Elon Musk's first orbital Starship launch is CANCELED

SpaceX postpones Starship launch due to frozen valve: World’s most powerful rocket will NOT be launched into space today

  • Elon Musk’s Starship did not take off Monday due to technical issues
  • SpaceX needs at least 48 hours to recycle fuel for the next launch attempt 
  • The $3 billion, 395ft-tall Starship is the most powerful rocket in history

SpaceX’s first orbital Starship launch failed Monday due to technical issues, forcing Elon Musk to postpone the mission for ‘a few days.’ 

The massive 395-foot-tall rocket was set to complete almost one circuit of the globe while the booster blasted it into orbit, but SpaceX pulled the plug due to issues with the pressurization system on the $3 billion Super Heavy booster.

With less than eight minutes left on the countdown clock, the SpaceX team transitioned to a wet dress rehearsal to let staff conduct pre-flight procedures.

SpaceX’s Kate Tice said during the live stream: ‘The point of the countdown is to allow the teams to progress that T-zero time in a coordinated fashion and really to unveil any issues prior to the ignition sequence. 

‘So the countdown did its job today.’  

Musk also announced the failed attempt on Twitter: ‘A pressurant valve appears to be frozen, so unless it starts operating soon, no launch today.’

There is another launch window for Tuesday at 8 am ET, but SpaceX needs 48 hours to recycle fuel, and the next launch could wait until Wednesday. 

Hundreds of people sitting around SpaceX’s launch facility in Texas are heading home disappointed after the company scrubbed Starship’s first orbital launch

Elon Musk also announced the failed attempt on Twitter

Engineers worked tirelessly to troubleshoot the issue with the Super Heavy booster, but time was not on their side. 

Hundreds of spectators set up around the Starbase facility in Boca Chica hours before the launch clock started, anticipating the $3 billion rocket epic mission.

Despite the huge excitement, Musk has warned people to temper their expectations – he claimed last month that there was a 50 percent chance his spacecraft could explode during the launch.

Monday’s launch was slated to take off at 8 am ET but was hit with several delays leading up to the official scrub. 

The tech billionaire also told a Twitter Spaces event: It’s the first launch of a very complicated, gigantic rocket, so it might not launch. 

‘We’re going to be very careful, and if we see anything that gives us concern, we will postpone the launch.

‘If we do launch, I would consider anything that does not result in the destruction of the launch pad itself to be a win.’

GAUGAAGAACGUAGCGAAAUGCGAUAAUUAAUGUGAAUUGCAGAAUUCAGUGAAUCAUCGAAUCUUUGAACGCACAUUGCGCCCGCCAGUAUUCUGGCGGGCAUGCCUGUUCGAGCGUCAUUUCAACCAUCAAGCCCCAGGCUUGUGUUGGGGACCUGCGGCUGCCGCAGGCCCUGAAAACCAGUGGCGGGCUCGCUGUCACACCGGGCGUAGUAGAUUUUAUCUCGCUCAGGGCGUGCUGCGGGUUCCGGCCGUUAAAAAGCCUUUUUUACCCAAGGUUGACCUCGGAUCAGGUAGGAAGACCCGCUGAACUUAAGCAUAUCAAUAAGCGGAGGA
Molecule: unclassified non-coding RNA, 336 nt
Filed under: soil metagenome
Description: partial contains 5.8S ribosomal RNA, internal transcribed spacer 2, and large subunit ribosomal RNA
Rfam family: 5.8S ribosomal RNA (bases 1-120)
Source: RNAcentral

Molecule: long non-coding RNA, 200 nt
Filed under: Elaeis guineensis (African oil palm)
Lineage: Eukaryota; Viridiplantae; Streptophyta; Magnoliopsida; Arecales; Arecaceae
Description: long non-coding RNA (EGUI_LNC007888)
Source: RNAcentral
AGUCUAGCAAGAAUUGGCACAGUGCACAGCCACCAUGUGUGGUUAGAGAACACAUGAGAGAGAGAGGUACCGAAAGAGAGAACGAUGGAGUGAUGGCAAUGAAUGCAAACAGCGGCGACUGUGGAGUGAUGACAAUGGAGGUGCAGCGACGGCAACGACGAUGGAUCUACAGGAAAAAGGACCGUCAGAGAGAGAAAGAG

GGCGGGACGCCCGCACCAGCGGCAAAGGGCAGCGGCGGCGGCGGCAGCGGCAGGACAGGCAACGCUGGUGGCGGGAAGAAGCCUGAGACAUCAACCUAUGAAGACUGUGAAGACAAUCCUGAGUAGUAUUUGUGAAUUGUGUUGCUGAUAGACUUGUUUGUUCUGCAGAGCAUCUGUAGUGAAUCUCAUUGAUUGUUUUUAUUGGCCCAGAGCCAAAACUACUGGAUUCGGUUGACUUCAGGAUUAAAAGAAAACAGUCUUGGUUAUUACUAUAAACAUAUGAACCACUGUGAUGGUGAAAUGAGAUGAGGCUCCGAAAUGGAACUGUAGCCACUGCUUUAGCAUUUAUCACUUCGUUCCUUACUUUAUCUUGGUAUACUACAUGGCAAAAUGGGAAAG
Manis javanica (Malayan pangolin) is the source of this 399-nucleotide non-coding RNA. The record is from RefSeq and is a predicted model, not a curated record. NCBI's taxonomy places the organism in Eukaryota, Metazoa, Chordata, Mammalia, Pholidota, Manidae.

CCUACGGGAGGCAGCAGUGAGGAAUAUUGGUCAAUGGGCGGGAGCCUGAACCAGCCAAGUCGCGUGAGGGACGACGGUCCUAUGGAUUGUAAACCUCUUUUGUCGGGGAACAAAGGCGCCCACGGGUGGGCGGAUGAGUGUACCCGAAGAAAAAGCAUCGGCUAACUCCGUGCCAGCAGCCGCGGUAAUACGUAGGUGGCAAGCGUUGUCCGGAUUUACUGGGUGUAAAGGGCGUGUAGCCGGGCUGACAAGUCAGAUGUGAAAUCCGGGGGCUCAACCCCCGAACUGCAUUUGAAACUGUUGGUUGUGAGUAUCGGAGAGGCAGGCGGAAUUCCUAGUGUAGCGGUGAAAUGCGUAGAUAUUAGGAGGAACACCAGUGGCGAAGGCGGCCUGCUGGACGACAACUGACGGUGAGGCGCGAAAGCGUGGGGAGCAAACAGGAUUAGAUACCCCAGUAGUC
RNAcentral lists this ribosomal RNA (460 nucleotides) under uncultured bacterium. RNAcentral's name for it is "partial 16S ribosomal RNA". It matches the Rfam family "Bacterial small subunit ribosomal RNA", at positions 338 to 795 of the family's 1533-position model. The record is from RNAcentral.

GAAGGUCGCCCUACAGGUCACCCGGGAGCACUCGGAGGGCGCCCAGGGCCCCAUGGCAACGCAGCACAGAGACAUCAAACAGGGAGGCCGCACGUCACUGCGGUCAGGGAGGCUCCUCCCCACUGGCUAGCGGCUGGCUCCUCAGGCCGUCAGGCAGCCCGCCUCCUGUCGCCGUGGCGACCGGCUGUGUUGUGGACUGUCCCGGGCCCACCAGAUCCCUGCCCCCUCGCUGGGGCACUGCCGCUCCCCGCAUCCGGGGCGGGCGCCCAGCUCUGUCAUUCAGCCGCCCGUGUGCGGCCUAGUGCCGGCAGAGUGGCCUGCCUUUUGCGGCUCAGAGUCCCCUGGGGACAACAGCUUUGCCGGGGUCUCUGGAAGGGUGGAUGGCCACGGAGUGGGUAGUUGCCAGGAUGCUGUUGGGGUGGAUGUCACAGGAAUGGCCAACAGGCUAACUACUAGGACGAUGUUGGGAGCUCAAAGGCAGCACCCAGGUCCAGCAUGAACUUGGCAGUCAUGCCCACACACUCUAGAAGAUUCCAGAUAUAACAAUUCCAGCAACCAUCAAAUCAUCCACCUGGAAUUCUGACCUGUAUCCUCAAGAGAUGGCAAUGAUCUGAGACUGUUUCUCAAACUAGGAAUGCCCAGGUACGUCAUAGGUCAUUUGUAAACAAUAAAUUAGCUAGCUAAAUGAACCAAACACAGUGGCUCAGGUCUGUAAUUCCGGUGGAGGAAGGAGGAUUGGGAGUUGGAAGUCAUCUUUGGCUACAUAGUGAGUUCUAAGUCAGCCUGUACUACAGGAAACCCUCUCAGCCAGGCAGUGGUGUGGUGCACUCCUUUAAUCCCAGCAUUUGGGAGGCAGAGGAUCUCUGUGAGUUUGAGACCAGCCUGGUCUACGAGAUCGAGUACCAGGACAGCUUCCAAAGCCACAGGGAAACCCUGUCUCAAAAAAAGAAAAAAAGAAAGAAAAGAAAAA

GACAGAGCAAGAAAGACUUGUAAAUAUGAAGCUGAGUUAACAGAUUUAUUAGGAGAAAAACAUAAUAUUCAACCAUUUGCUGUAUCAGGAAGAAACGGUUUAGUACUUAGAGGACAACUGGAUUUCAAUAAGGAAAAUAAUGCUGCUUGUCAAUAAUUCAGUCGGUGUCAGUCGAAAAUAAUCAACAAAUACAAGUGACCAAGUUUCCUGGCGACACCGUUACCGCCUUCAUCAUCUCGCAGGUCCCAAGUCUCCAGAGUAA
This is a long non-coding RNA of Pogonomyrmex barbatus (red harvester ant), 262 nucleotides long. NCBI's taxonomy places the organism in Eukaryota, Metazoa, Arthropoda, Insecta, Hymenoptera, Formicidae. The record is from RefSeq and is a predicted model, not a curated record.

The mission – which will send Starship around Earth once before it splashes down in the Pacific Ocean near Hawaii – will be an early milestone in Musk’s ambition for the craft to carry people and cargo to the moon and Mars. 

 With less than eight minutes left on the countdown clock, the SpaceX team announced the scrub that was transitioned to a wet dress rehearsal

Elon Musk’s $3 billion, 395ft-tall Starship is the most powerful rocket humanity has ever produced, packing almost double the thrust of any other in history

SpaceX needs at least 48 hours to recycle fuel, meaning the next launch could be no earlier than Wednesday


First launch: April 17, 2023?

What will it be used for? Partly the lander for NASA’s moon missions but also to transport humans to Mars.

Height: 395ft (120m)

Weight: 11 million pounds (5 million kg)

Thrust: 17 million pounds (70 Meganetons)

Is it reusable? Yes

Max payload to low-Earth orbit: 220,000-330,000 pounds (100-150 tonnes)

Max payload to lunar orbit: 220,000 pounds (100 tonnes)

Solid fuel: N/A

Liquid fuel: Oxygen and methane

Engines: Powered by around 32 Raptor engines

Crew module: Starship (ultimately able to carry up to 100 passengers)

Cost to build: Around $3 billion (£2.4 billion) in terms of total development

Price per launch: Ultimately around $2 million (1.7 million), according to Musk

Where will it launch from? Likely the Starbase facility near Boca Chica, Texas. But possibly Launch Complex 39A at the Kennedy Space Center.

Total launches: 0

This launch vehicle has 33 Raptor engines capable of generating 17 million pounds of lift-off thrust.

After separating from the Starship, the Super Heavy booster is expected to execute the beginnings of a controlled return flight before plunging into the Gulf of Mexico. 

SpaceX plans to go for 90 percent thrust when the mission takes off, which should deliver something close to 70 meganewtons.